The Sphinx was borne from the union of the no account snake torso-ed Goddess, Echidna, and the deadbeat father of all monsters Typhon. Due to the eclectic genetics of her parents her lovely human face was perched atop the body of a winged and ample bosomed lion, with a decorative snake tail on the back end. Note that she did not have a snakes tail, her tail was an entire Snake, attached to her lion butt.
The Sphinx’s early life is murky, but at some point she flew from her homeland of Ethiopia to take up residence on the coast near Athens, on a big rock by the road. Shunned by cliquish lions and smug people bodied humans the Sphinx grew embittered with the politics of her new home. Hungry and alone the Sphinx decided to channel the pain of her isolation into a cruel game of riddles that she would spring on passers by. The prize: go about your day. The punishment: Strangulation and then consumption. The historical records are unclear if she strangled them with her lions paws and ate them with her human mouth, or if she constricted the snake around their throats so it could then swallow them upwards into the Lion Butt. I imagine this being a source of contention for both ends.
She ran this grift for an unspecified period of time until Oedipus sauntered by and solved her riddle. Yes, that Oedipus. The Sphinx took it poorly and committed suicide by hurling herself off of the side off of the rock. Oedipus went on to have a terrible day. The end.
Country of origin
This is our most cosmopolitan monster to date: the myth is Greek, the Egyptians built a giant statue of her, and even in the Greek story the Sphinx came to Athens from Ethiopia. I’m going to call it Greek since the O-train’s tragic bio was my primary reference source for this piece.
Is It scary
I would like to appeal to my friends right now: If you see a murderous giant lion, with wings and a Snake for a tail, crouched on top of a big rock, by a major road, go back the way you came and tell everyone what you saw. Do not approach the riddling rock. I understand that you are confident in your reasoning abilities, but you owe it to your fellow travelers to alert the proper authorities of the navigational hazard.
Assuming I stumbled upon the Sphinx unaware, I suppose it is at least as dangerous as a sad lady-faced lion with a possibly poisonous snake tail, and I do find riddles obnoxious. It is lethal, but avoidable and depressing. Relative to other monsters I’d place the threat level somewhere between a hornets nest hanging from a public gazebo and a tipsy cougar at the bar that demands I guess her age but will take offense to any reasonable answer.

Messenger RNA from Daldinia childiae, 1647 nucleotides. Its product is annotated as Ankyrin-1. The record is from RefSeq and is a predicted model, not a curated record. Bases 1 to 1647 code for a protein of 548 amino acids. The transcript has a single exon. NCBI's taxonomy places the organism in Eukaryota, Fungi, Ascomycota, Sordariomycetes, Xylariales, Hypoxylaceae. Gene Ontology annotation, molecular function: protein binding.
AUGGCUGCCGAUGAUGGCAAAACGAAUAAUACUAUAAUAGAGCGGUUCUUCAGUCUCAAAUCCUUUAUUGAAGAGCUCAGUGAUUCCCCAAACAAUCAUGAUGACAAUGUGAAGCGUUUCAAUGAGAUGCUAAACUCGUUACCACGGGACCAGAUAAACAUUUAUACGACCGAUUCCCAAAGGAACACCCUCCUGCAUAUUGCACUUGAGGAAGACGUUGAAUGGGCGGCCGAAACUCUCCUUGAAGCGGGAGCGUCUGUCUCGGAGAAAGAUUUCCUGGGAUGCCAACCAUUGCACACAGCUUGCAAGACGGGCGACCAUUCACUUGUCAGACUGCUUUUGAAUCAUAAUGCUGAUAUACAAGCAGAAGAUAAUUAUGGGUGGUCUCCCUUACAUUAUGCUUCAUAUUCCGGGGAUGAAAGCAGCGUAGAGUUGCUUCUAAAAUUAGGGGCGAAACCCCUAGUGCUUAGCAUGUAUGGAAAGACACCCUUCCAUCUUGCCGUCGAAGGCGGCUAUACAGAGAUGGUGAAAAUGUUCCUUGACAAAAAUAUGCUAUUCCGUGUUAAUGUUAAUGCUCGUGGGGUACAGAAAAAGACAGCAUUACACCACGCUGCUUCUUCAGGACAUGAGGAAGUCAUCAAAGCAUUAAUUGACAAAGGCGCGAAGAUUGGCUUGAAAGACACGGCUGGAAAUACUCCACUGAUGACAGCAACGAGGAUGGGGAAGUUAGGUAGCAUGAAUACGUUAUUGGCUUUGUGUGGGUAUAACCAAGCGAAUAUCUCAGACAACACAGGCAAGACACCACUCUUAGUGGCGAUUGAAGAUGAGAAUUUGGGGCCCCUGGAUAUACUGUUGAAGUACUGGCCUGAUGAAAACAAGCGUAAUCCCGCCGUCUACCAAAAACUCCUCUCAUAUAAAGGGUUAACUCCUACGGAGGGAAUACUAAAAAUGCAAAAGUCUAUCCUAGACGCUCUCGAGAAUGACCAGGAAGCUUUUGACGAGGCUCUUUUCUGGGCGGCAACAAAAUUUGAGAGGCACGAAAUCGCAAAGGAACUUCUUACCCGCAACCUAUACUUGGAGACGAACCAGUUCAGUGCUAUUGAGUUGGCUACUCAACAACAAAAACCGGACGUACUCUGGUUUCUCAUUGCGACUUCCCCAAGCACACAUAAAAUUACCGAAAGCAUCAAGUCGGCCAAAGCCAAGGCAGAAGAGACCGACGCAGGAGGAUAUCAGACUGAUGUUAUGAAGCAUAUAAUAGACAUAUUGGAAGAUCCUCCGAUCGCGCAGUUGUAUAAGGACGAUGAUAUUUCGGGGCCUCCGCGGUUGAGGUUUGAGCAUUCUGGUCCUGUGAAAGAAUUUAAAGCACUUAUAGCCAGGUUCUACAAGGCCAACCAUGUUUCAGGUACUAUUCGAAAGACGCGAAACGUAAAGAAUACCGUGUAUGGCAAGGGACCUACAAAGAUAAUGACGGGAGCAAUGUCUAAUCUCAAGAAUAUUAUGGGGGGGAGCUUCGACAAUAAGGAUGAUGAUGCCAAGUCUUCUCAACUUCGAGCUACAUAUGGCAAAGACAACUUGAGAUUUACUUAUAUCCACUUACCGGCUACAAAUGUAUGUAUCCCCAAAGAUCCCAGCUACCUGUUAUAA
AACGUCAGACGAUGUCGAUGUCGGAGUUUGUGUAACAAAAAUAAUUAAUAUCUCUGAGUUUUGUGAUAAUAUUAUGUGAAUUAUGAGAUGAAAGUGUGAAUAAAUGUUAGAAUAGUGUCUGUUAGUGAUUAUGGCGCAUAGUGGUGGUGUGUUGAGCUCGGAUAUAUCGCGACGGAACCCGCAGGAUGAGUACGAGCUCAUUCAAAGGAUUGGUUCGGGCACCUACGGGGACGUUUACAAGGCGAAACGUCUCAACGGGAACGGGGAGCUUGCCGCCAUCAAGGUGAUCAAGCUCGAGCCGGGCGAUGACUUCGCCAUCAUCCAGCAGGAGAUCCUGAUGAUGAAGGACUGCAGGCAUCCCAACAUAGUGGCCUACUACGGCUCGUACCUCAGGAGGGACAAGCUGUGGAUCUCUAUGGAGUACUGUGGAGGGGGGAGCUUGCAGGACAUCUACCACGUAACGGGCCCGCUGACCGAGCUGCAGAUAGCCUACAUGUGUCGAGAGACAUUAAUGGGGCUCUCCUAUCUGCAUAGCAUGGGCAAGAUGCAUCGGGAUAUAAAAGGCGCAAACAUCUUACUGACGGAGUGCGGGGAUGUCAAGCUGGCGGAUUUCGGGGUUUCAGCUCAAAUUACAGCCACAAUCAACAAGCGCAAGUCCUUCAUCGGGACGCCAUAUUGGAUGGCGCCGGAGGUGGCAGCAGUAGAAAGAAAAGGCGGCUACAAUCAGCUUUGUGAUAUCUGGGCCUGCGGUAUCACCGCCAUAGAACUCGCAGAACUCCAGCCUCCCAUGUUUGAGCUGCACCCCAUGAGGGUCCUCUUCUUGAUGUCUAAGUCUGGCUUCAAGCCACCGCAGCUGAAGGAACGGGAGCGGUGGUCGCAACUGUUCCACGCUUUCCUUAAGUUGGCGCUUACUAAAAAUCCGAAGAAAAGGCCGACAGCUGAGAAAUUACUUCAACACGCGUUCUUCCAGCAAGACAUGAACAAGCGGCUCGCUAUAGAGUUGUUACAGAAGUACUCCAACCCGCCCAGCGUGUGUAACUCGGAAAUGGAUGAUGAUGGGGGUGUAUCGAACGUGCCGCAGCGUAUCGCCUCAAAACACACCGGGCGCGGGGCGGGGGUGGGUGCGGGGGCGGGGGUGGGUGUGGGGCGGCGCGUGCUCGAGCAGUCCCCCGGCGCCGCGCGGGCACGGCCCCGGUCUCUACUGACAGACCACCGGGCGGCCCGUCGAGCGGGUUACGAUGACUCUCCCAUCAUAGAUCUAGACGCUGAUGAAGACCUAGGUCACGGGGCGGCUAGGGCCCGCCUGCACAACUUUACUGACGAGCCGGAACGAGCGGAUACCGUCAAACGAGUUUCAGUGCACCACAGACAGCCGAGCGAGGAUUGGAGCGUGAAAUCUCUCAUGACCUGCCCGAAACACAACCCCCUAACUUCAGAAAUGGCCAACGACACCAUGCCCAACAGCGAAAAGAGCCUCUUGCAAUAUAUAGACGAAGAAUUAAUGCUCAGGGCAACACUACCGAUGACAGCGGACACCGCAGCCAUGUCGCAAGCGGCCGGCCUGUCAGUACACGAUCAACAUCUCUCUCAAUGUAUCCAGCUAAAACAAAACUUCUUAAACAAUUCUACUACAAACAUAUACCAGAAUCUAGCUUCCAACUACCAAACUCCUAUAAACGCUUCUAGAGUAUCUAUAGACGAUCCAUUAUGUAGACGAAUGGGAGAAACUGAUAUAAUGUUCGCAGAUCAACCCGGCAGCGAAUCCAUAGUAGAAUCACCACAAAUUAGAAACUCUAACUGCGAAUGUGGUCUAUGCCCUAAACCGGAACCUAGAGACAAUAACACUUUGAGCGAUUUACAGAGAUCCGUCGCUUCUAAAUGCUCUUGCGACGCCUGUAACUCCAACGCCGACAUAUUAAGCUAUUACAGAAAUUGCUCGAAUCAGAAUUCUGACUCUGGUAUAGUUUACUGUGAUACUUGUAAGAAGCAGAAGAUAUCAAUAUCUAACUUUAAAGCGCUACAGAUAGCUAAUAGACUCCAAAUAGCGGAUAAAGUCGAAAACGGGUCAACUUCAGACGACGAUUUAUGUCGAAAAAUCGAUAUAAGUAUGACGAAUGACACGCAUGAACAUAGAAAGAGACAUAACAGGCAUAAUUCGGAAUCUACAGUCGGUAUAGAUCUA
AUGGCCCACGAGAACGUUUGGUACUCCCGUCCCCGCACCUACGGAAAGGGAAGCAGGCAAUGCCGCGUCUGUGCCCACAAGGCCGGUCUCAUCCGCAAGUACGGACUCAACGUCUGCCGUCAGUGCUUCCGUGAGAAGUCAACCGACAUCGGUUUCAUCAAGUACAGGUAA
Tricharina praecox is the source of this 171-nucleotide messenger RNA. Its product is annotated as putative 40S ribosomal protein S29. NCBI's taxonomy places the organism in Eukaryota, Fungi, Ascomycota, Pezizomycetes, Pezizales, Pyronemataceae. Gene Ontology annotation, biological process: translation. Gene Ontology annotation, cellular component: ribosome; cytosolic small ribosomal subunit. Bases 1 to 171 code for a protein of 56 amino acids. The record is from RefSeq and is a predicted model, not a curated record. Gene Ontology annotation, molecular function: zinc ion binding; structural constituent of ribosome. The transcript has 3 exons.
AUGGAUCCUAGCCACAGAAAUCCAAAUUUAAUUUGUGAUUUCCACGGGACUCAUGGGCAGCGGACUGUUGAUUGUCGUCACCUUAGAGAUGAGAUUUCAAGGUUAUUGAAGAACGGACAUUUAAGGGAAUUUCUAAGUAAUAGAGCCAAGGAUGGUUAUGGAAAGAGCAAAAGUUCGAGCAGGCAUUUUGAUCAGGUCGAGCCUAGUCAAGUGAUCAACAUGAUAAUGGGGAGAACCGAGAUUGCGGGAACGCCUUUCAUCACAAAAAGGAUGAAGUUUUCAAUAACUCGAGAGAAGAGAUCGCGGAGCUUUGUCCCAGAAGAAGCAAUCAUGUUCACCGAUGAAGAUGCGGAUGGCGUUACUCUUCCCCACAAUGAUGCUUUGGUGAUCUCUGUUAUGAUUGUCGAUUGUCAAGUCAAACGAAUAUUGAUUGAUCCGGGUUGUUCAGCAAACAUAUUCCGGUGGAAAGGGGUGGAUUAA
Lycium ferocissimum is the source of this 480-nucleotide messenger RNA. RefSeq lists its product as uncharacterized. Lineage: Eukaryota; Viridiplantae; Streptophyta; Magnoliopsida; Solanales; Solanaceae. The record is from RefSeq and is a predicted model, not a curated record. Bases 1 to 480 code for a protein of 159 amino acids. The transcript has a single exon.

What does this say about Greece/Ethiopia/Egypt
Greece: By their usual mythological standards this is a Sunday school hymn. The Minotaur is far more indicative of their deep issues.
Egypt: You built a gigantic statue of a creature that was terrible at the one job that she had. The pride of your nation died rage quitting a trivia contest that she was the sole judge of, by hurling herself head first off a rock. Which couldn’t even have been that high, unless she was shouting threats and riddles down from an awkward distance.
Though, that could explain why no one solved it before Oedipus, who couldn’t even solve the riddle of “Am I fucking my own mother”, they couldn’t make out the details over the the incessant hissing of the snake tail. Oedipus wasn’t clever, he was just a good listener. Either way, odd choice for a statue.
Ethiopia: Ditching the Sphinx was your last bit of good luck. Fine work.
What is the lesson
If you are going to perform prepared material you can’t get rattled by a hostile audience. Have a backup plan for if things go poorly. Ask the crowd where they are from, or if they are on quest. Have several riddles prepared and if they guess the first one just move down the list until they miss. Or tell them that they got it wrong no matter what they answer. You are making the rules up anyways, why not stack the odds for the house. You don’t owe food flavors.
In response to Daily post Locked